Monday

27th May 2019

MEPs call for co-ordinated referenda on EU Constitution

MEPs have called on member states to hold their referenda on the European Constitution within the same week next year in a bid to reduce the chances of a no vote.

The days running up to the sixtieth anniversary of the end of the Second World War - 5-8 May - were chosen by MEPs for their "symbolic value".

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The resolution, passed on Thursday (14 October), goes on to call for the ratification process in all member states to be completed by June 2006.

It calls for the Constitution to be presented in "as clear, fair and comprehensive a way as possible".

Two MEPs have also been chosen to explain the text - which runs to well over 300 pages - to their national counterparts.

UK Socialist MEP Richard Corbett and Spanish Centre-Right MEP Iñigo Mendez de Vigo will travel to member states if asked.

"If we are invited by national parliaments to a hearing [on the Constitution], then we are entitled to go", Mr Corbett told the EUobserver.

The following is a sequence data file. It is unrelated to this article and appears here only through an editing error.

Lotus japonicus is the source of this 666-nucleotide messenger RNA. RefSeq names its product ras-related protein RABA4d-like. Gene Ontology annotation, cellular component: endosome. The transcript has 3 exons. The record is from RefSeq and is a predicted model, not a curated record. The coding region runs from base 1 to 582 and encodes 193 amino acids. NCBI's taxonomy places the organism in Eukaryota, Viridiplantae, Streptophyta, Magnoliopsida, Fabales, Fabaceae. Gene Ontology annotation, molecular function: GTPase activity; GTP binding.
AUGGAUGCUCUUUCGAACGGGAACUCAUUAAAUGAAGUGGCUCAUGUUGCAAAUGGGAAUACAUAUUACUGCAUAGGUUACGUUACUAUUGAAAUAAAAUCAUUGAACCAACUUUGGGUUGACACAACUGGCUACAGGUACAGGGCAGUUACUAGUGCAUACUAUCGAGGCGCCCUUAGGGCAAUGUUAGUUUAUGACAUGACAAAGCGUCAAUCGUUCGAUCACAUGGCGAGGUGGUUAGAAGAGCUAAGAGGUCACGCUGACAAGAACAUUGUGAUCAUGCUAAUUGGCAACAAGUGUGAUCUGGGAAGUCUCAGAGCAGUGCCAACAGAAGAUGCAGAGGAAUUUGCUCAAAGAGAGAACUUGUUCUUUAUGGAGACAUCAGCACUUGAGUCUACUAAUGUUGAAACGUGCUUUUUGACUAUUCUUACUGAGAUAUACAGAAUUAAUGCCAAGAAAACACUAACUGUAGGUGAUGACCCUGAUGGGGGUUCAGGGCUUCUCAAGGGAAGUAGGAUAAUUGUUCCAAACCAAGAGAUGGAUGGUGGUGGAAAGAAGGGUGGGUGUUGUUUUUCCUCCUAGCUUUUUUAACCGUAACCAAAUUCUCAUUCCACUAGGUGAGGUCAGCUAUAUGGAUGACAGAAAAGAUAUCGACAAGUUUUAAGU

MEPs who are against the Constitution have been asking for both sides of the debate to be presented.

"I entreat you to do whatever you can to ensure a fair and free process … especially by distributing copies of the Constitution to all the electorate, and by ensuring that all sides of the debate are thoroughly aired", said Kathy Sinnott, from the eurosceptic ID group when the resolution was debated last month.

Mr Corbett and Mr Mendez de Vigo are expecting to travel to various member states "soon" as some invitations from national parliaments are already in the pipeline.

The first referendum among the member states is expected to be held in Spain which has already set a definite date - 20 February.

With the formal signing of the Constitution to take place in a little over two weeks - 29 October - the European Parliament is hoping to become the first parliament in the EU to state its position on the Constitutional treaty.

Due to be adopted on 15 December in Strasbourg, the EU assembly is hoping to give positive momentum to other parliaments.

The Constitution cannot come into force until all member states have ratified it either by referendum or via national parliaments.

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